Wednesday, March 3, 2010

Discover Your Digital Audio Prowess

Another FAQ from the tech trainer file: "How can I record audio projects for my students to listen to?"

Some teachers want to make CD projects to pass out to their classes, like the pronunciation CDs Heather Turngren of Minneapolis ABE produced with an MLC technology mini-grant last year. Others want to put audio into online courses or on websites, wikis, or blogs. Other teachers want their students to record themselves for fluency or pronunciation practice. Across these varied uses, ABE practitioners work under similar constraints: little to no budget for new hardware and software, and little to no time to learn how to use new hardware and software.

So what's needed?
  • Free, easy-to-learn software
  • Low-cost hardware
  • A little help learning how to use it
Of course, this topic could easily make up an entire technology training workshop (and it did, back in December). While I can't realistically reconstruct all 2 hours' of the Speak Up! Audio and Podcasting workshop here on this blog, I can share a few things that might set you on the path to discovering your own digital audio prowess.

First up: free software. Yes, there is some! I use Audacity, which is free, open-source software available for both Windows and Mac computers. Audacity is pretty simple to use, and the community that creates it also supports a vibrant Forum and Wiki site for help and questions. If you have a Mac computer, it's likely you already have Garage Band software, which will perform admirably as well.

Next, Recording Equipment. Basically, you need a microphone. If you have a laptop, it probably already has a mic built in. This may be perfectly adequate if you have a nice, quiet space in which to record. Otherwise, a headset with a mic is a good option. A quick search at any major electronics retailer like Best Buy or will provide oodles of options. I've used Plantronics and Logitech hardware, and have been reasonably impressed by both. However, you might want to check into Califone headsets if you need to buy a whole set for a computer lab.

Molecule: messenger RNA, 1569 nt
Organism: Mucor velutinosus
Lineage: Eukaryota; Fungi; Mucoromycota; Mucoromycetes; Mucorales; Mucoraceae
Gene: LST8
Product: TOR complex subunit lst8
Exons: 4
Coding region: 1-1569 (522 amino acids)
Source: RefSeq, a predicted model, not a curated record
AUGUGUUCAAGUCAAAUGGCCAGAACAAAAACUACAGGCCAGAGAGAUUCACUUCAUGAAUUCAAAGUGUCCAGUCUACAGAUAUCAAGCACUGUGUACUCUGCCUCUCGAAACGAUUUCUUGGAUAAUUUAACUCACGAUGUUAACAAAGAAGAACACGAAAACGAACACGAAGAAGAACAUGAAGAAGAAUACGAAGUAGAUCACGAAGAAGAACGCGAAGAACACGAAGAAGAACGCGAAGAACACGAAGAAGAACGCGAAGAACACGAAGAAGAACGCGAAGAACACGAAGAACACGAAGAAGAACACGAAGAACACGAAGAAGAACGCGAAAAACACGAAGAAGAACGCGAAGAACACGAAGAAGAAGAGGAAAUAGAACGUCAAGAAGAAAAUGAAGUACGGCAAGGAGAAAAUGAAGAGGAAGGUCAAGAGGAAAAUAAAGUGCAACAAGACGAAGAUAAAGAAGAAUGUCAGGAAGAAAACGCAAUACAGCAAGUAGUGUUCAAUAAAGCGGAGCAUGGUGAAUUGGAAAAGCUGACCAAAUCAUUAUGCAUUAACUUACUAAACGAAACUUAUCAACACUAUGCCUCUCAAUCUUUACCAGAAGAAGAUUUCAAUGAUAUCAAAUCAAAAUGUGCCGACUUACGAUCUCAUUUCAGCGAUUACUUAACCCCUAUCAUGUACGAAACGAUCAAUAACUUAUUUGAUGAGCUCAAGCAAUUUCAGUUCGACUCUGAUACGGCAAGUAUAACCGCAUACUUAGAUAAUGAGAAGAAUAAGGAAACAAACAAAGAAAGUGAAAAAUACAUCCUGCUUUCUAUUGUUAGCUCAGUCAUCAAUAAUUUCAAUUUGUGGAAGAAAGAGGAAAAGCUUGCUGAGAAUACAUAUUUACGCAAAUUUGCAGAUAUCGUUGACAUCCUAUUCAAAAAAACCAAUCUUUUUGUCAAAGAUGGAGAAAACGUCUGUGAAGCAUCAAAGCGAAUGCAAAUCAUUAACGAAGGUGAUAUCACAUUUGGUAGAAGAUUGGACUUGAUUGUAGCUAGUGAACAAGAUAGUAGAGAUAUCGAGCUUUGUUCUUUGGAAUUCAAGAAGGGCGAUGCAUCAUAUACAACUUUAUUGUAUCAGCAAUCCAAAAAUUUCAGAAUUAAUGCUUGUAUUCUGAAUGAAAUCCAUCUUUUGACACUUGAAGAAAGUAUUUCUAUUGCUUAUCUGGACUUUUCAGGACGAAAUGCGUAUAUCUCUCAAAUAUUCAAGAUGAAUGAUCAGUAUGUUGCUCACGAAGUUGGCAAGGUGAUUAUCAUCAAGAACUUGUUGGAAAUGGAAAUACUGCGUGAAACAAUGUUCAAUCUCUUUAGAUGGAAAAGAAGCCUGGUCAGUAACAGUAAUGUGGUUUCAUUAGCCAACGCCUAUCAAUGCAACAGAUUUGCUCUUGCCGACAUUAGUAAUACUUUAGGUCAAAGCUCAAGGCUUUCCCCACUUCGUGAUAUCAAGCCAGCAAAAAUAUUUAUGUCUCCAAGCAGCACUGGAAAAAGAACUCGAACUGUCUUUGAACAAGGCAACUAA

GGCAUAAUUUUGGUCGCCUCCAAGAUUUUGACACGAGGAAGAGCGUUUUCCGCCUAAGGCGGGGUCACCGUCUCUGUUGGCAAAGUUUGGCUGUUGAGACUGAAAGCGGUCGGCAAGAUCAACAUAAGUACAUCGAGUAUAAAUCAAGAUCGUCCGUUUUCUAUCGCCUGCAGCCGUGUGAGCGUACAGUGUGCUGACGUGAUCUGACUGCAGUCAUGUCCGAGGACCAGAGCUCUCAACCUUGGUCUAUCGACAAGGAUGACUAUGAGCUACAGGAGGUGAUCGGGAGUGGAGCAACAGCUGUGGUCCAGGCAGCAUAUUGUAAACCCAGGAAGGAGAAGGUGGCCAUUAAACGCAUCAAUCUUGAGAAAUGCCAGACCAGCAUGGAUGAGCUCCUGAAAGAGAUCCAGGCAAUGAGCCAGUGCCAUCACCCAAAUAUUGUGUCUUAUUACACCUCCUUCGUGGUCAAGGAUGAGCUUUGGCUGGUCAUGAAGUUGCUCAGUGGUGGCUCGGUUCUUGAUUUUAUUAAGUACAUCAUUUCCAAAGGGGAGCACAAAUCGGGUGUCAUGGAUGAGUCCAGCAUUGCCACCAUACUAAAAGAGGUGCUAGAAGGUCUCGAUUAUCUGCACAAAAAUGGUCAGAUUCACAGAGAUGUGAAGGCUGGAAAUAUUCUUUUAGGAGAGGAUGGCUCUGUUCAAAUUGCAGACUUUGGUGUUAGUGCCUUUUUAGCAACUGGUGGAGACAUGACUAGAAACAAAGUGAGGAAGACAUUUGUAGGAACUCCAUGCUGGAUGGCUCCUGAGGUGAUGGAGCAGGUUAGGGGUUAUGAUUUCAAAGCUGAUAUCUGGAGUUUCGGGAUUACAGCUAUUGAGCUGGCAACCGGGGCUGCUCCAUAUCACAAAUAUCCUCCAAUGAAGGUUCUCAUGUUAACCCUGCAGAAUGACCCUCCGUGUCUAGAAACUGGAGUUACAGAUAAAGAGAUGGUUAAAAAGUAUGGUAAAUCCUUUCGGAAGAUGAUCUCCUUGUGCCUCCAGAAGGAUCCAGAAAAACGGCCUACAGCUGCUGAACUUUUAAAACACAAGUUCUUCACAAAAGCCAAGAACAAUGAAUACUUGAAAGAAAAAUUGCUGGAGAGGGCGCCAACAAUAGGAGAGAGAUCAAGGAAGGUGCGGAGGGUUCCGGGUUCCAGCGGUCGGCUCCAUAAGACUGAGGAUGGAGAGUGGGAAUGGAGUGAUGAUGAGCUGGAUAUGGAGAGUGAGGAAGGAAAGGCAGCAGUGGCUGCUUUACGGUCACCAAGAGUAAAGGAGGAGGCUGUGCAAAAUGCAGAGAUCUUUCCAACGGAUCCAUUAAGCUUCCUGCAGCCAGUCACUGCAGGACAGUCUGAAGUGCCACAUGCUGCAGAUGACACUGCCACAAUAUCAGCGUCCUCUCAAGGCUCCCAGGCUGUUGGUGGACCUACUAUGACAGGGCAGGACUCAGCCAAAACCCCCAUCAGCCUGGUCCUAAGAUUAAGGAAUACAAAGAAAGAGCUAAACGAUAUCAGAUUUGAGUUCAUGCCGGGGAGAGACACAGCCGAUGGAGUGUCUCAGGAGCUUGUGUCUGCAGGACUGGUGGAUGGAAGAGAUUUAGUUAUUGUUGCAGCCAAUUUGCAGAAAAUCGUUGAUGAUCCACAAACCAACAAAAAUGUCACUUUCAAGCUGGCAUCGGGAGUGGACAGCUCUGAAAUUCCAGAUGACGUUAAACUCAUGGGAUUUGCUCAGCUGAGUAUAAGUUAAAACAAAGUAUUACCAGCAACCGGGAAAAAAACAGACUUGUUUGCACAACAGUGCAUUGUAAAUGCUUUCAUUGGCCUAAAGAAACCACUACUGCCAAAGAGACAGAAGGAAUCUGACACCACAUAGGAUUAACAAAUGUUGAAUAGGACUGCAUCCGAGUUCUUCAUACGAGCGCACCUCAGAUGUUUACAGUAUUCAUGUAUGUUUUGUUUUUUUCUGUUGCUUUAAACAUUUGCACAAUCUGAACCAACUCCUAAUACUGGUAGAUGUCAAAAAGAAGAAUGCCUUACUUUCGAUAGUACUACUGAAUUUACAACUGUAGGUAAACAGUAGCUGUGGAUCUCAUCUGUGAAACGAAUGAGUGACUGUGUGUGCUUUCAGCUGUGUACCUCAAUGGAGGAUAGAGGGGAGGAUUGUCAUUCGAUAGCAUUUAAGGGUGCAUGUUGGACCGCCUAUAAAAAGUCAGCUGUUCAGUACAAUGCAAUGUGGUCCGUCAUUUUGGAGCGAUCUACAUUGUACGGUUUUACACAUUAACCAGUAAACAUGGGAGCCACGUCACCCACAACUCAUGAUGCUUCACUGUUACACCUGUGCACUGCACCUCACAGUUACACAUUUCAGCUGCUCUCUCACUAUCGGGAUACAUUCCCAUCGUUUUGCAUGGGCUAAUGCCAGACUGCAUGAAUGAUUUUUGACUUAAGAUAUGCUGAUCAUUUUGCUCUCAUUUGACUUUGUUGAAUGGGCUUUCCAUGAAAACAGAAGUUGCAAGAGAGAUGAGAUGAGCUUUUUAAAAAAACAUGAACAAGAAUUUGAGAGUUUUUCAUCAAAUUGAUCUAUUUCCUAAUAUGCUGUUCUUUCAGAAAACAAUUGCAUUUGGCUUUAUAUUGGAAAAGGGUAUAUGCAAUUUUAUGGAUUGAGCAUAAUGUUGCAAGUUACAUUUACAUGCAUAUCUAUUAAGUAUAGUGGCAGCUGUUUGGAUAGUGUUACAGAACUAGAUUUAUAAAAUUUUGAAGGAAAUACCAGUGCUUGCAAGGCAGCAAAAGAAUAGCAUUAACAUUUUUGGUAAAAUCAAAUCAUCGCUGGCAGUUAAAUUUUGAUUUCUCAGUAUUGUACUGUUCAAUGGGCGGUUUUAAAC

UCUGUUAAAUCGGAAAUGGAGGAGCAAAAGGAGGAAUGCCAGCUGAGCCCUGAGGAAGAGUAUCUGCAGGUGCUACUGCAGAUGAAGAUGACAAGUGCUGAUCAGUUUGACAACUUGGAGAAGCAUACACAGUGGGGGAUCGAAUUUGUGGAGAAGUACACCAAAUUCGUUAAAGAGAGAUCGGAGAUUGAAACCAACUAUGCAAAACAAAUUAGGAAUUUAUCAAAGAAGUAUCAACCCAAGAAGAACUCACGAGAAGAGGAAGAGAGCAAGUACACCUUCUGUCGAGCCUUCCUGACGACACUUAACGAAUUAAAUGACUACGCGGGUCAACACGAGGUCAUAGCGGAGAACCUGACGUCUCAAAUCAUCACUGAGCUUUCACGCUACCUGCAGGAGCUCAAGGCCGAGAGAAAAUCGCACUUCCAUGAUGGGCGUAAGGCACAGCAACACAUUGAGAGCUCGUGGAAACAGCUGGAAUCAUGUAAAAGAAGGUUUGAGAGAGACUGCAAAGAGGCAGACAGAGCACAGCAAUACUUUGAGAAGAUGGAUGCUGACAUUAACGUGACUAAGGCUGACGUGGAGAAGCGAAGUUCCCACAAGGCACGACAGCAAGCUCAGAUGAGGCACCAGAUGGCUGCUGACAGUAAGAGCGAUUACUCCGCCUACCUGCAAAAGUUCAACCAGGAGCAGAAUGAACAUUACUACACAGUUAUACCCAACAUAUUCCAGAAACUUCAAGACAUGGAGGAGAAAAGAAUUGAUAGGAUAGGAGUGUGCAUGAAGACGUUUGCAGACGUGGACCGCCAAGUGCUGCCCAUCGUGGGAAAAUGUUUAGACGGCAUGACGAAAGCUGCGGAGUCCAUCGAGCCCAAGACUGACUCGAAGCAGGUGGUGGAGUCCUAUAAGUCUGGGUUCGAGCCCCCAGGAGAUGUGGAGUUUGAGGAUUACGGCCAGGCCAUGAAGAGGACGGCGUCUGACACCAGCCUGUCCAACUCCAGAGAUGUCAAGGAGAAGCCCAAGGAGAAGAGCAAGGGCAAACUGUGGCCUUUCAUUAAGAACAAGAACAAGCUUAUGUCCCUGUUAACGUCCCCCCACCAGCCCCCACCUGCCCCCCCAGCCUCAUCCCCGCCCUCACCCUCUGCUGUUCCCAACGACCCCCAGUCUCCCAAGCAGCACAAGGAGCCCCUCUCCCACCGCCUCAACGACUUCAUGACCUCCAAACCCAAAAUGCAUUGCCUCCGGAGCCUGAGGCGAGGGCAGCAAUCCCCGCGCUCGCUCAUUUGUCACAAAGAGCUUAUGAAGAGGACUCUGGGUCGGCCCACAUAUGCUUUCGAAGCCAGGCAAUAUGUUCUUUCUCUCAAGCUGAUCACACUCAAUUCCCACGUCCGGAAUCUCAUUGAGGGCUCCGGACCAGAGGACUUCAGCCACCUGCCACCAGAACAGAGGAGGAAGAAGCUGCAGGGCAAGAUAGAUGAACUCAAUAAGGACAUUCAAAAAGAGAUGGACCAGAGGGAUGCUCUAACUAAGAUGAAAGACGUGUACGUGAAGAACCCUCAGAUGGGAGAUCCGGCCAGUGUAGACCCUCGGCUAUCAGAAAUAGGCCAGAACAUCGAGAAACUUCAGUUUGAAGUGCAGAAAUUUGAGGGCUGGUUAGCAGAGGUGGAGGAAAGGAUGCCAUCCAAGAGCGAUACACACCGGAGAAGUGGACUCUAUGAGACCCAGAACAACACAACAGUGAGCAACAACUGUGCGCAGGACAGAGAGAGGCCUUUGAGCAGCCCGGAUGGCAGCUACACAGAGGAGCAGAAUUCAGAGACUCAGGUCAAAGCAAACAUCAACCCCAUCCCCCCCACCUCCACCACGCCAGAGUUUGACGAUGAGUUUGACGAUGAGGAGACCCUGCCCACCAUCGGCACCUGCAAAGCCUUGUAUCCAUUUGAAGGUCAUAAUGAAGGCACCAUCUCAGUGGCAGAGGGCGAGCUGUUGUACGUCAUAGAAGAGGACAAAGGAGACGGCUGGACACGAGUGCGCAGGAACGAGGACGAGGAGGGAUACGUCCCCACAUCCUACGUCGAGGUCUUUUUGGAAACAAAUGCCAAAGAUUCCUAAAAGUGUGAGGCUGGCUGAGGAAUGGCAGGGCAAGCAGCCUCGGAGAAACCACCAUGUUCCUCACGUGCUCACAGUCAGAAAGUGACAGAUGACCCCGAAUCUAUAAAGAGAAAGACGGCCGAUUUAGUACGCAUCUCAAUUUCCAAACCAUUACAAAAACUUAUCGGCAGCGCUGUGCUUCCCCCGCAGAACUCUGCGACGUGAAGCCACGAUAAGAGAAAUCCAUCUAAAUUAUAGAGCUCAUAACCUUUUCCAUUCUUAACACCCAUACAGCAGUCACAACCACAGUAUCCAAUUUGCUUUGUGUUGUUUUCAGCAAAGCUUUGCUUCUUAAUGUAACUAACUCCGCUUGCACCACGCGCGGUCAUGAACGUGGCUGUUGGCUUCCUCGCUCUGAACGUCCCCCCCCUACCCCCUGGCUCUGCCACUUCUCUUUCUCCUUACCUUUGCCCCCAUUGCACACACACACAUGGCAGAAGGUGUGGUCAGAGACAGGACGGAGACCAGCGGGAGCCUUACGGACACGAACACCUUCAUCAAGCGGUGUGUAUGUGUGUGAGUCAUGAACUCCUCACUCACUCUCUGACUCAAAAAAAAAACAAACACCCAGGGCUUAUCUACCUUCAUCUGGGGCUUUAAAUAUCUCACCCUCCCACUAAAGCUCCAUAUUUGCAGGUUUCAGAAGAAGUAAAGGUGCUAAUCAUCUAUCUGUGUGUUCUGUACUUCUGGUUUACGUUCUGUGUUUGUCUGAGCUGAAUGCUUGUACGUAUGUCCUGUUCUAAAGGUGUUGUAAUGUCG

Alternatively, you could pick up a stand-alone mic like the $100 Blue Snowball or the $60 Blue Snowflake. For that kind of investment, you'll get significantly better sound quality, and you won't have to worry about constantly re-recording files because all the plosive sounds (like the 'p' in plosive) in your words sound like mini explosions - which can easily happen when a headset mic is too close to your mouth.

Alright, so let's assume you've recorded some audio tracks in Audacity and exported them to MP3 files using the LAME MP3 encoder plugin (which is not required for basic recording in Audacity, but is required to make MP3 files). Now what?

If you have a website or wiki site, you can upload your MP3 files to your site for your learners to download and listen to. Better yet, after uploading the files, stick them into a sleek little flash-based audio player like this one so your learners can listen online without needing to download anything. You could even publish a podcast! Watch this video on YouTube for a quick how-to featuring, naturally, Audacity. If you just want to create CDs, use whatever CD burning software is installed on your computer to create an audio CD project, add your MP3 files to it, and burn the CDs.

And there you have it: a cookie crumb trail to follow if you're interested in discovering your personal digital audio prowess. Good luck and let me know how it goes!

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